Single-molecule detection has opened vast avenues to investigate aspects of biological systems that are inaccessible by any other technique. However, most of the single-molecule studies have been limited to isolated single protein, RNA, and DNA molecules, yet these molecules do not function in isolation in the cell. To better emulate the cellular environment, we need to study more-complex systems with many components.
Research in my lab is focused on pushing the limits of single-molecule detection methods to study biological systems as a complex. To do this, we develop state-of-the-art techniques (e.g., multicolor fluorescence, super-resolution imaging, combined force and fluorescence spectroscopy, vesicular encapsulation, quantitative fluorescence labeling strategies). These techniques are enabling us to test diverse protein–nucleic acid and protein-protein complexes and the mechanistic basis of their interactions and functions—both in vitro and in vivo—at an unprecedented spatial and temporal resolution.
Conformational Dynamics of Nucleic Acids
The elastic model of DNA duplex dynamics predicts high bending stiffness in DNA polymers less than 150 base pairs (bp) in length. We recently developed a fluorescence resonance energy transfer (FRET)-based cyclization assay to explain the apparent bendability of DNA <100 bp observed in many cellular processes, such as gene expression regulation, packaging in viral capsids, and nucleosome formation. We can determine the effect of DNA length on the rates and variation of DNA looping. The DNA cyclization assay allows us to see the effect of various DNA modifications, defects, and proteins on DNA flexibility. With respect to RNA dynamics, we have used FRET measurements to understand folding properties of guanine-dependent purine riboswitches (in collaboration with Scott Silverman [University of Illinois at Urbana-Champaign]). We are also utilizing three-color FRET strategies and MD-Gō simulations (in collaboration with Sarah Woodson [Johns Hopkins University] and Zaida Luthey-Schulten [UIUC]) to understand the sequential events in ribosome assembly. Our studies of ribosomal protein S4 binding to Escherichia coli 16S rRNA have captured the cooperativity in simultaneous binding and folding events and shed more light on protein-RNA interactions during the ribosome assembly process.
Single-Molecule Study of Nucleic Acid–Binding Proteins
Helicases—the DNA/RNA-unwinding enzymes—and their enzymatic activities are associated with virtually all cellular processes involving nucleic acids and constitute an important aspect of our research. Helicases are found in all three kingdoms of life and are extremely numerous: an estimated 1–2 percent of eukaryotic genes encode helicases. Several severe human genetic diseases have been linked to mutations in these proteins. Using our small-molecule FRET approaches, we have gained insights into the functions of different families of helicases (e.g., Rep, NS3, UvrD, PcrA) and their role during DNA replication (e.g., T7). For example, we discovered that PcrA helicase reels in DNA in single base steps, forming a DNA loop and at the same time efficiently removing other proteins bound to the DNA.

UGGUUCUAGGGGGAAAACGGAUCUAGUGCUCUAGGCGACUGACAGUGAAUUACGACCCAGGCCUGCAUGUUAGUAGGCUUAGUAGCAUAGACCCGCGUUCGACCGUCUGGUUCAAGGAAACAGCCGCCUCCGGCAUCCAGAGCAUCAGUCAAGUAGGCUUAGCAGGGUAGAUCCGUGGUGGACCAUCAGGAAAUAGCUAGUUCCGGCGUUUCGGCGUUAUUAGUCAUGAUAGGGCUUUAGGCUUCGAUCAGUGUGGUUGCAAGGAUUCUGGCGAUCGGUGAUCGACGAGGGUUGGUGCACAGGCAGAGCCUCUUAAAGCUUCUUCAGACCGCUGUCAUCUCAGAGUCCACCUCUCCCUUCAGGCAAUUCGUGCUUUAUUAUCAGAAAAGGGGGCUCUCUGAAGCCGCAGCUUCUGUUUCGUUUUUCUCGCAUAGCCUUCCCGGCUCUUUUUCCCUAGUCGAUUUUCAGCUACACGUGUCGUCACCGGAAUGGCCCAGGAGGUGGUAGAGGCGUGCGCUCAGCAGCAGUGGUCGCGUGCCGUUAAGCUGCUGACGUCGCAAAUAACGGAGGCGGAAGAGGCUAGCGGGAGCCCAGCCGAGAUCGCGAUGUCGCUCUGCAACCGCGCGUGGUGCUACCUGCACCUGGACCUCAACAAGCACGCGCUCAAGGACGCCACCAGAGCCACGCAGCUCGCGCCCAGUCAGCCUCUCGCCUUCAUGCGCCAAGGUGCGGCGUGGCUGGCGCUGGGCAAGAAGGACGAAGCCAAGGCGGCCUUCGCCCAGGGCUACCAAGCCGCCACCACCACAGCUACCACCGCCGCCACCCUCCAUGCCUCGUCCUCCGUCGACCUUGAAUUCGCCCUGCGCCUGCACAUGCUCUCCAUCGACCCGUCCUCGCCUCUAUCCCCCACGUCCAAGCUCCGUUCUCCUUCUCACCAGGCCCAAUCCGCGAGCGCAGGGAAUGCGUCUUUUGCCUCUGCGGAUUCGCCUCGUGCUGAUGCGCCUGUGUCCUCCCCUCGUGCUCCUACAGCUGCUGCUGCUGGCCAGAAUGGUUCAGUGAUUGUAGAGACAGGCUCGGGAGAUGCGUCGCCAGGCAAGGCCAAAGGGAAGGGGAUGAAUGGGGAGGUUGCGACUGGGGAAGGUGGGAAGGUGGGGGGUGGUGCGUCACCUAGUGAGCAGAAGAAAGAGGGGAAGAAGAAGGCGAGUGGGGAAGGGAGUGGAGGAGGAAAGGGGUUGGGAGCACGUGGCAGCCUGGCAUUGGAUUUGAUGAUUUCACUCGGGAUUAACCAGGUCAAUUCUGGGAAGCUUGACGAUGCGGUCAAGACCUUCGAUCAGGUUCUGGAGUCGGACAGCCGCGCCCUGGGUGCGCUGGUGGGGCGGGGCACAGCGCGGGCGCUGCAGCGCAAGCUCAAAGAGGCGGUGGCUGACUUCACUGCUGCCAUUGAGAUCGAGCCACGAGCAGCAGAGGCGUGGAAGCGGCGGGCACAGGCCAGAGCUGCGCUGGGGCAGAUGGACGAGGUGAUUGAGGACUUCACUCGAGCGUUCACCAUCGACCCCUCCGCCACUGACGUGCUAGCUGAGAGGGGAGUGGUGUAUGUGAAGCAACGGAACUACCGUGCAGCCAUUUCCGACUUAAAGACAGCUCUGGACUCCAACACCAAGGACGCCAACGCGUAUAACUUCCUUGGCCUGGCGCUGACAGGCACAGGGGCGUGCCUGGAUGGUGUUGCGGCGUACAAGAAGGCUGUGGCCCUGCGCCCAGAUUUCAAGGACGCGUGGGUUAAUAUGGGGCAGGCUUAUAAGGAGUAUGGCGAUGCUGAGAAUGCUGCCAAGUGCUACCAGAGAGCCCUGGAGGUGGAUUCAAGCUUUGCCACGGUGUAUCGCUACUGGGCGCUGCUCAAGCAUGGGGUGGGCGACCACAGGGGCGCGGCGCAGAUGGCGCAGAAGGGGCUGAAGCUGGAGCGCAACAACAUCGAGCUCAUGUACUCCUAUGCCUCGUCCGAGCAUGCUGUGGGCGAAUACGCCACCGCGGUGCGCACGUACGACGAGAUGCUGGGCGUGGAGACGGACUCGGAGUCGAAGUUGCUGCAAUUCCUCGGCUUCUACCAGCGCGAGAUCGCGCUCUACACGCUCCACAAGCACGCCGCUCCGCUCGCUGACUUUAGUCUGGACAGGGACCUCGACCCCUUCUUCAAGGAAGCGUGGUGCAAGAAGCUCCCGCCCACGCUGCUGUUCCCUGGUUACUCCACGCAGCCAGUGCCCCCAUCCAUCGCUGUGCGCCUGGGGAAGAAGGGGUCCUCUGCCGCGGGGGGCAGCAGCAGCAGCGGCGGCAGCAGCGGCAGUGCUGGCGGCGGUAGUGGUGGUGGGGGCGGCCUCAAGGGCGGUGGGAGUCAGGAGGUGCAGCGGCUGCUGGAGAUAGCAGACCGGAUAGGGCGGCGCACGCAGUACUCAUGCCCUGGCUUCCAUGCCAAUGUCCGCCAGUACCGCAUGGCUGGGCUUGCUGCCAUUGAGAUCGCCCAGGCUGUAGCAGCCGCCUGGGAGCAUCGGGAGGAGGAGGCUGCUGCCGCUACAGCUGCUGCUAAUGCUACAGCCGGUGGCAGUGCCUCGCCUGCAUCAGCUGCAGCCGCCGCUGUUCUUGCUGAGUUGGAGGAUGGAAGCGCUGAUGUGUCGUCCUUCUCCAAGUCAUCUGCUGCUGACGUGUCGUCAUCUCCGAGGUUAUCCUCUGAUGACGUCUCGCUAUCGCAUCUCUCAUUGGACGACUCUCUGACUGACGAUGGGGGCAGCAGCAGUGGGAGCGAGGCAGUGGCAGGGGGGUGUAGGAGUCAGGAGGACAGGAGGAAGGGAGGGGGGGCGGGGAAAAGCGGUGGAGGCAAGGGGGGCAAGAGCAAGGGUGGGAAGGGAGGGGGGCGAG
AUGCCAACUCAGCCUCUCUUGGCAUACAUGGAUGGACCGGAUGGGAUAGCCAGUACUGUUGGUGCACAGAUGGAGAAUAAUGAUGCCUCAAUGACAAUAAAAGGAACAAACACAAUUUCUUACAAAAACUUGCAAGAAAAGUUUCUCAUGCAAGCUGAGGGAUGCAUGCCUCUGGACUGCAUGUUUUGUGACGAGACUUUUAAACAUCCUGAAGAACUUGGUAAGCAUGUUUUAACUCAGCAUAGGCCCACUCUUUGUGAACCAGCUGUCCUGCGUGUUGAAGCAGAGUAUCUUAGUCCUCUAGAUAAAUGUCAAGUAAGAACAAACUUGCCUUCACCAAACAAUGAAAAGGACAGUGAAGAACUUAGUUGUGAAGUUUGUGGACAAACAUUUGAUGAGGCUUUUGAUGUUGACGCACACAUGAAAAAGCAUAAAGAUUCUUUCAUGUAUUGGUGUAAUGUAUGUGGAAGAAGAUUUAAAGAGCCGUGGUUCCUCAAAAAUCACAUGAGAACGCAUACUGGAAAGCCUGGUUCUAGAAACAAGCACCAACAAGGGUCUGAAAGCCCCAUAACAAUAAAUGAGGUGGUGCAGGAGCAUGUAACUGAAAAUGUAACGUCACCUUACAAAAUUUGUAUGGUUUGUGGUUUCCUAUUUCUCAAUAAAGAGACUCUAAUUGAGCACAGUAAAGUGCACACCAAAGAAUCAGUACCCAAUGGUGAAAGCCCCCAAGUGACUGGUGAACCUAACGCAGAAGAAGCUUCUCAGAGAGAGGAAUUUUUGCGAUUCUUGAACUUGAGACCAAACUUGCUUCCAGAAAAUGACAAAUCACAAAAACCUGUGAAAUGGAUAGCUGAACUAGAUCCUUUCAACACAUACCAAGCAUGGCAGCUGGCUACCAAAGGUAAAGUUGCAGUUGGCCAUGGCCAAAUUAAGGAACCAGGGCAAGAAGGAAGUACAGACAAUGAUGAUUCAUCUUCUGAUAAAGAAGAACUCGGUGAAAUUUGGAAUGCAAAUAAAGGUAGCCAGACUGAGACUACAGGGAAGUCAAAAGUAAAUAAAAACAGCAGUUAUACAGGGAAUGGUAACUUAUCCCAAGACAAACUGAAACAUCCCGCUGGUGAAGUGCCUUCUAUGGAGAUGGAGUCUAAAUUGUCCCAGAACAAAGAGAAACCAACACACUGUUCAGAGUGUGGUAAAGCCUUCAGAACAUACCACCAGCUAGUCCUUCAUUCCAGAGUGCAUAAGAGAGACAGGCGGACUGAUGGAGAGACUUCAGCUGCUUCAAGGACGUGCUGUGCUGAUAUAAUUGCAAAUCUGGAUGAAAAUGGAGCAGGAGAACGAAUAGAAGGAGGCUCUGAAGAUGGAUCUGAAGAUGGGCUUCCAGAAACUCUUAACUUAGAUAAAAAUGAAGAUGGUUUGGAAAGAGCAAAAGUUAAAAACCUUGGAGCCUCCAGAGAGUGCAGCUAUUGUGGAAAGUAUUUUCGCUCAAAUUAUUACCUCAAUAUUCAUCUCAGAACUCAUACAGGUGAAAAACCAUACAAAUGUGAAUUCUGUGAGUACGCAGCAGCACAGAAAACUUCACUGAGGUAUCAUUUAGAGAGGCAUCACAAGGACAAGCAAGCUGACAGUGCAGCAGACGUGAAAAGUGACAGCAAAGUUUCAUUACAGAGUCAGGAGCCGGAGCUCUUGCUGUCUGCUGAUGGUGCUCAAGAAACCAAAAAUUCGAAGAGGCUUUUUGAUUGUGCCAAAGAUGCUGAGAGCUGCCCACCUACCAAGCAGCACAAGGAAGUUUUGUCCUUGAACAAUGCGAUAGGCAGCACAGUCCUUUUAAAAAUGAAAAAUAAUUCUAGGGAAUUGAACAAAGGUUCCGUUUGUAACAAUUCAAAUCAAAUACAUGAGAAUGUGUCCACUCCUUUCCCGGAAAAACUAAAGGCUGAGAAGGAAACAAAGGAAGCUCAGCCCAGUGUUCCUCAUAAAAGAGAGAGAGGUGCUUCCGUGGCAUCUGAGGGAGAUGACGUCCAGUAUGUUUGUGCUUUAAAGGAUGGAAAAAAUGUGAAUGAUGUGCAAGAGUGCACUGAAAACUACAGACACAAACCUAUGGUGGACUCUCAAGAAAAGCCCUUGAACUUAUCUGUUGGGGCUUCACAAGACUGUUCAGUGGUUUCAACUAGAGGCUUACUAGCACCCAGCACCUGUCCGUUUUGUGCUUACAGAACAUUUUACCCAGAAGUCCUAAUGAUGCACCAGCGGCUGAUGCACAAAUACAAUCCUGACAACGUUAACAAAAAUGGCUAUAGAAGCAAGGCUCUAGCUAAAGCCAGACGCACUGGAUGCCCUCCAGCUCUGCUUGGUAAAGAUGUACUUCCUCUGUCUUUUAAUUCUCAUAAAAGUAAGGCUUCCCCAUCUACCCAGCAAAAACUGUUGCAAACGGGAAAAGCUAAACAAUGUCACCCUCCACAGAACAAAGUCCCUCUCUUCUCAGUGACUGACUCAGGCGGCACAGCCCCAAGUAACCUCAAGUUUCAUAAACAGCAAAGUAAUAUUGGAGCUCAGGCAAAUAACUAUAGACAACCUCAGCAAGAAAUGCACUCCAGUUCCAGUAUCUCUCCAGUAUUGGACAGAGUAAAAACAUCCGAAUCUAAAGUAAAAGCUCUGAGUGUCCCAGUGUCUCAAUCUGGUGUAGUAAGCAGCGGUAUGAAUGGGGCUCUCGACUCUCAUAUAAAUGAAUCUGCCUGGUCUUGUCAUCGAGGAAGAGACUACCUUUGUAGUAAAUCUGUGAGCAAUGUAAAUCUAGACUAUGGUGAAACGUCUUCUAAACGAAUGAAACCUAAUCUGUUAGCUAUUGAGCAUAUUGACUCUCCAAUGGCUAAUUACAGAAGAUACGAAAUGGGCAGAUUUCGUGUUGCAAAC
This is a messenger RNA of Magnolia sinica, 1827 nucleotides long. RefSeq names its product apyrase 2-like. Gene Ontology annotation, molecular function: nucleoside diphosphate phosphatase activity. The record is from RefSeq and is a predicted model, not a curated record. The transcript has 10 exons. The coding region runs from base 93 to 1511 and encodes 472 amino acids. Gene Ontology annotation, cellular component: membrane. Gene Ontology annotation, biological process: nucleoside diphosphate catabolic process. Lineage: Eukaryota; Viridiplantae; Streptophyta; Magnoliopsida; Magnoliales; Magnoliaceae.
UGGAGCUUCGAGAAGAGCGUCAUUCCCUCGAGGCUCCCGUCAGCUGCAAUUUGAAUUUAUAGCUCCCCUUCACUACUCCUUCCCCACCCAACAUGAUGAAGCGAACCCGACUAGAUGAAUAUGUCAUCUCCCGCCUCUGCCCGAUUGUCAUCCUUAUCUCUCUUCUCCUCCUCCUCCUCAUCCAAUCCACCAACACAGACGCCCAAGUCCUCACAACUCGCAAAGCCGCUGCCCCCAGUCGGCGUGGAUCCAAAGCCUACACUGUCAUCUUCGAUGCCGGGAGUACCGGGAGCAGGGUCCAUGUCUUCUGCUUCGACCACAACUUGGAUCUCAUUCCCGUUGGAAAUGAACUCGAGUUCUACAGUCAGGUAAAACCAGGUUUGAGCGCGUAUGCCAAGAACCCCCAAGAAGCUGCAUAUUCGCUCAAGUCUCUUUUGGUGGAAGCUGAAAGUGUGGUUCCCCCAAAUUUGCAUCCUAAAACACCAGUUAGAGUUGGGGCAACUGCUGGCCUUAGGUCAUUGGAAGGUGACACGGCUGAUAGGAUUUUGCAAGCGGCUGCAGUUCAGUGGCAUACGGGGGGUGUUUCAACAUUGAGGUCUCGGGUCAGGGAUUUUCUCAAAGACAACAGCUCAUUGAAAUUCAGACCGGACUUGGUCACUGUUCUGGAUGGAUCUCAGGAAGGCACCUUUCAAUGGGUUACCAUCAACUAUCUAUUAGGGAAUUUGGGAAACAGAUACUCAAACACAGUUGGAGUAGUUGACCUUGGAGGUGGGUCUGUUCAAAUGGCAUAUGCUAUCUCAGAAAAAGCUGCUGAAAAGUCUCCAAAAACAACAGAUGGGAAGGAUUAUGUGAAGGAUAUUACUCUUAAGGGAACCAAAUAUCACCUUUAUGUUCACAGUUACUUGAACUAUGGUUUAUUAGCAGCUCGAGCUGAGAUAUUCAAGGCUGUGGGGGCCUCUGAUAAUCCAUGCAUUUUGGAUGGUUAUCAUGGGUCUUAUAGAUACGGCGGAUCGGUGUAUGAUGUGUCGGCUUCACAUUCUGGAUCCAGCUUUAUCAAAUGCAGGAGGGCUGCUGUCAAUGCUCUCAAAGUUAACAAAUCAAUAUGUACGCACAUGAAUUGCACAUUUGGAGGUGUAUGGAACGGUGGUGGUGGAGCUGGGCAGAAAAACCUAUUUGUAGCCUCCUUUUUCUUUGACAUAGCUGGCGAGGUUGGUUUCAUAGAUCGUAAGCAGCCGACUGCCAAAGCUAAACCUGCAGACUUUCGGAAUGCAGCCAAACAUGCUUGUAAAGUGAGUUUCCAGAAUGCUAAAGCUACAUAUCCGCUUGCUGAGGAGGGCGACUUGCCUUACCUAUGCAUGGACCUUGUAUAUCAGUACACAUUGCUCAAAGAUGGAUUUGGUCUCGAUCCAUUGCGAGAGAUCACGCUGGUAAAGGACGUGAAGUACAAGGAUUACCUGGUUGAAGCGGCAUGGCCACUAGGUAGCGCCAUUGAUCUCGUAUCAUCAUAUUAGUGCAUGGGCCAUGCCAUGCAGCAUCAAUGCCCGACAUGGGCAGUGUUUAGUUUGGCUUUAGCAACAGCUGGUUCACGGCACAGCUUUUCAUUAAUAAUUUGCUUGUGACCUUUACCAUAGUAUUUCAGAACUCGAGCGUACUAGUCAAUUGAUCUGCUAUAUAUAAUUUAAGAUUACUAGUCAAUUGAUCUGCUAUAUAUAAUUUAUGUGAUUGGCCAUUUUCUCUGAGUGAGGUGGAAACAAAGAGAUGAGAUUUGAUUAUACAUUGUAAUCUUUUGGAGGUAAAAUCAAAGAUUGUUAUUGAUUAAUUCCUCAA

We also discovered that NS3 helicase from a human pathogen, hepatitis C virus, uses a spring-loaded mechanism to unwind DNA. Furthermore, we determined that a "priming loop" formed during double-stranded DNA unwinding by T7 helicase enables coordination of leading- and lagging-strand synthesis during DNA replication. With respect to other DNA-binding proteins, we have used three-color FRET strategy to show that the sliding mechanism of RecA filament is crucial for fast homology search during DNA repair and recombination.
To elucidate the functional behavior of DNA-binding proteins in more detail, we have recently developed a next generation of single-molecule instrumentation combining ultrahigh-resolution optical traps, capable of detecting motions at the subnanometer scale, and single-molecule fluorescence detection. The instrument uses a high-speed interlacing scheme to combine dual optical traps with a confocal fluorescence microscope. This instrument will enable us to make direct correlation, for the first time, between conformational states and unwinding steps of helicases. In addition, we have recently built an instrument combining total internal reflection fluorescence microscopy with optical tweezers (fleezers) so that we can track movements of fluorescently labeled molecules on a stretched single-stranded DNA (ssDNA). This platform will allow us to probe the consequences of an encounter between a helicase and other DNA-bound proteins, which are difficult to probe using FRET alone. Insights into mechanisms of single-stranded DNA-binding protein (SSB) sliding on ssDNA are an example. We are expanding fleezer technology to study nucleosome conformational dynamics, particularly with respect to DNA wrapping and unwrapping on the histone octamers.
Visualizing Protein-Protein and Protein–Nucleic Acid Interactions